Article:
1. What Java packages are impacted by a proposed change? Do all your enterprise beans comply with the EJB design rules? Are all team members following your in-house coding conventions? What packages and types need refactoring? Find the answers with SemmleCode. Free to download and free to use, SemmleCode is a new Eclipse plugin for drilling down into your codebase. It exposes the relationships between different elements in your code, so that you can search and measure them. SemmleCode takes code queries in development environments to a whole new level. SemmleCode is shipped with a large collection of queries for common tasks, including popular metrics and many checks for bugs and for style violations. Query results can be visualised in a tree view, in the Eclipse problem view, or as charts or graphs, all with direct links to the source code. What it does To understand large software projects, you need to drill down into the relationships between its components. SemmleCode opens up these relationships for you to inspect and query. SemmleCode works by storing Eclipse projects in a relational database. You can then run queries to compute metrics, to find defects, to check style rules, and to navigate. For almost any frequent task, whether it involves a quality audit or a change impact analysis, there is a ready-made query that you can launch via the run menu of Eclipse. In particular there are queries for Robert C. Martin's package metrics, and for checking J2EE coding conventions. Storing a relational representation of code is not new; many tools marketed under the banners of application portfolio management, application mining, application intelligence, business intelligence for software development, and source code analysis do the same. What sets SemmleCode apart is the ease of adapting queries to new situations, and the power of its .QL query language. SemmleCode offers many of the benefits of these other tools, but in an agile way, putting the information at the fingertips of every team member, easily adapted to their expertise and needs. .QL for Checking .QL is a simple object-oriented query language for writing queries over the codebase. It is very intuitive, and tightly integrated in Eclipse with syntax highlighting, auto-completion, and continuous checking. As a first example, let's write a query that is one of the rules for EJBs: every method in a local home interface must not include RemoteException in its throws clause. With .QL we can find violations as follows: from LocalEJBHomeInterface lhi, Method m where m.getDeclaringType()=lhi and m.getAnException().getType().hasQualifiedName("java.rmi", "RemoteException") select m, m.toString() + " must not throw an exception of "+ "type java.rmi.RemoteException" This query will generate warnings in the Eclipse problem view, as well as warning markers in the source code itself. Of course many frameworks have similar restrictions on API usage, and now you can pin those down with code queries in .QL. .QL for Measuring Metrics can also be defined via .QL queries. To illustrate, the afferent coupling of a type is the number of other types that depend on it. Types with high afferent coupling have many responsibilities, and changing them may have a very broad impact on a system. To find such types, you can use the query from RefType t, int c where c = count(RefType s | depends(s,t)) and c > 25 select t,c order by c desc The predicate depends(s,t) tests whether type s depends on type t. Very roughly, that means t is used somewhere within s. The results of the above query can be displayed as a bar chart; clicking on a bar takes you to the corresponding type definition. .QL helps you to give crisp, simple definitions of all the popular metrics. The SemmleCode documentation includes a full overview of the metrics library. Each metric has a page for entering comments - at Semmle, we love to see vigorous debate about the subtle points of every metric, and about the technical details of their definition in .QL. Do join us there! Re-using .QL queries .QL allows you to encapsulate common queries as methods in class definitions, which makes it easy to share libraries of queries with your friends and colleagues. To illustrate, let's define a subclass of RefType, with a new method for counting the number of fields: class MetricType extends RefType { int numberOfFields() { result = count(Field m | m.getDeclaringType() = this) } } In words, a method is defined by a relation between two special variables, this and result. Above, the result is just the number of methods that are declared in this type. The new class and method can then be immediately used in a select statement: from MetricType t, int n where n = t.numberOfFields() and n > 20 select t,n .QL supports overriding of methods, and that is often very convenient for tailoring checks or metrics to a particular application. SemmleCode puts you in the driving seat when it comes to quality audits: when you think of a new check, it usually takes only a few lines of .QL to implement it, and share it with other team members. Further information To find out more about writing queries and displaying results, read the introductory tutorial. To see how you can define your own classes, and how overriding works in .QL, read the advanced tutorial. There is a community page with forums, FAQs, a bugzilla, and links to further documentation. The development of SemmleCode is driven by the user community, so do let us know what you think! About the creators of SemmleCode Semmle Limited develops novel query technologies. Its first line of products is centred around .QL - an object-oriented query language for any type of structured data. It makes writing queries much easier and more efficient than with the de facto industry standard SQL. Because .QL is object-oriented, queries can be easily re-used or adapted to new situations. Our technology can be employed on all of the major relational database systems. .QL queries are translated (through Semmle's proprietary technology) to highly optimised SQL queries on these existing systems. You can therefore enjoy the benefits of .QL without migrating data to a new repository, and there is no risk of disruption when .QL is introduced in your organisation. As a demonstration of the power of .QL , Semmle distributes SemmleCode for free. Enjoy!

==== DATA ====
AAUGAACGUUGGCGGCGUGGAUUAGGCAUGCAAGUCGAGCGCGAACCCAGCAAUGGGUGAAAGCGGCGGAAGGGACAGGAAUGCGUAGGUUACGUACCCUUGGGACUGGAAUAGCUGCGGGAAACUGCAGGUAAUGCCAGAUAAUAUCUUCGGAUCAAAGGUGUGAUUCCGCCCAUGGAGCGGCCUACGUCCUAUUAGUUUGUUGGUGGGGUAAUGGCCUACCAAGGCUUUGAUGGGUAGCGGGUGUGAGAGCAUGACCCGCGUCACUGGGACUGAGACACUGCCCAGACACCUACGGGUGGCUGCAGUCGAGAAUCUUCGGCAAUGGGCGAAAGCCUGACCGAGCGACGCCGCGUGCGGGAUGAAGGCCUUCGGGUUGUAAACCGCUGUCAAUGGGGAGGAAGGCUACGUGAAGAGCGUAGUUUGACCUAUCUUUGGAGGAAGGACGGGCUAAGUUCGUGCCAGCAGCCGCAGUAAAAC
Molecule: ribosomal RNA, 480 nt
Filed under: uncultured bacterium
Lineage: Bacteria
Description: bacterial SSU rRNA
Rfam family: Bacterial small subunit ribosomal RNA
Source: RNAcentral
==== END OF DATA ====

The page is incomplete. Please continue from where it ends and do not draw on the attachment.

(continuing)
2. Tried it. It's a cool product. In our organization we have large volume of code that kind of grew organically over the years without any design guidelines and patterns. This tool should help us get a handle on our code. I wish there was a way to run the queries from ant, so there we could compute various metrices as part of our build process. Pranab
  3. ant support[ Go to top ]

    Thanks for your comments. Indeed that's exactly the type of situation SemmleCode will help with! Ant support is a good suggestion. However, we're prioritising according to user requests, and this is the first one for ant support. Any other takers? The forums at http://semmle.com/forum/ are there to discuss feature requests... see you there!
  4. New version of SemmleCode[ Go to top ]

    A new version of SemmleCode has been released, see this announcement.